Pretoria: President Jacob Zuma has urged stakeholders in agriculture to find ways of providing tenure security for communal farmers, which will improve their ability to actively participate in the economy.
“We need to find ways of providing tenure security for communal farmers, and investigate better ways of financing land reform so that new farmers do not become saddled with debt,” said Zuma at the African Farmers Association of South Africa (Afasa) gala dinner outside Pretoria on Monday evening.
South Africa’s National Development Plan proposes a district-based approach to land reform and its financing. It proposes that each district should establish a land reform committee where all stakeholders can be meaningfully involved.
The committee would be charged with identifying 20 percent of the commercial agricultural land in the district and giving commercial farmers the option of assisting in its transfer to black farmers, in line with government’s land reform targets.
The implementation of this land reform proposal would entail identifying land that is readily available from land that is already in the market; land where the farmer is under severe financial pressure; land held by an absentee landlord willing to exit; and land in a deceased’s estate. In this way, land can be found without distorting markets.
After being identified, the land would be bought by the state at 50 percent of market value, which is closer to its fair productive value.
The shortfall of the current owner would be made up by cash or in-kind contributions from the commercial farmers in the district who volunteer to participate.
In exchange, commercial farmers would be protected from losing their land and gain black economic empowerment status.
Zuma said this should remove the uncertainty and mistrust that surrounds land reform and the related loss of investor confidence, adding that a stepped up programme of financing should be created.
“This would include the involvement of the National Treasury, the Land Bank as well as established white farmers. The model envisages that the cost of land reform be spread between all stakeholders. It also envisages new financial instruments being designed for the purpose of facilitating land reform.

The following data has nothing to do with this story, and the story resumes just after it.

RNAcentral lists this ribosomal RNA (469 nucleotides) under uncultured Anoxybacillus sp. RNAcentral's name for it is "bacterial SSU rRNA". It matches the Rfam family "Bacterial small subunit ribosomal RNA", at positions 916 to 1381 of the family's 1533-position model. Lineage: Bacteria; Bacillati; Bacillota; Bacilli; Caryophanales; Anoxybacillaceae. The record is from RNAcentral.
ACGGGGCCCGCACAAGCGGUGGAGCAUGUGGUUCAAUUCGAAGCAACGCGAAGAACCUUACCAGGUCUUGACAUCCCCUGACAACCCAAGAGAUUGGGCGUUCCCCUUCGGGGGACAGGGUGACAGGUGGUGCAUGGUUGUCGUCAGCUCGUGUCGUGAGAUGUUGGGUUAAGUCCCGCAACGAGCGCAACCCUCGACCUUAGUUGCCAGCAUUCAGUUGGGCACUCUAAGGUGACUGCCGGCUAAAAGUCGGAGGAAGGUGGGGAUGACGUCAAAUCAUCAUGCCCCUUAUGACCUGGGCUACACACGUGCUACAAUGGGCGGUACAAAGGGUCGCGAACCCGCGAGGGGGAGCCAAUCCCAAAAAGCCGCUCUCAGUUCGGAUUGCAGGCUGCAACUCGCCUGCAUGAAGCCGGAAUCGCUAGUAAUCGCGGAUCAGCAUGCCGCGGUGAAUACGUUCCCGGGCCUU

“These could include 40-year mortgages at preferential rates for new entrants into the markets, as well as land bonds that white farmers and others could invest in,” he said.
The President said this was an innovative proposal that needed to be tested and that it would be useful to hear from members of the farming sector if they would support such an approach.
Zuma said the food security situation was too serious to leave to short-term planning only.
“Our long-term vision document, the National Development Plan, forecasts that by 2030, more than 70 percent of South Africa’s population will live in urban areas, compared to just over 60 percent today.
“Even with these changes, rural areas will remain home to millions of our people. We know this because there is also considerable movement within rural areas resulting in a consolidation into denser settlements,” he said.
The National Development Plan argues that agriculture is the primary economic activity in rural areas and has the potential to create close to one million new jobs by 2030, and the President said this could be done by expanding irrigated agriculture.
“There is evidence that the current 1.5 million hectares under irrigation can be expanded by at least 500 000 hectares through more efficient use of existing water resources and the development of new water schemes,” he said.
Agriculture, Forestry and Fisheries Minister Tina Joemat-Pettersson said government was working extremely hard to assist smallholder farmers to become commercial farmers.
“We are working very hard to turn rural areas into commercially viable zones. We are trying to eradicate deeply entrenched poverty in rural areas through programmes that will overhaul the entire social system.
“We need to decisively move so our programmes translate to visible change in our communities,” she said.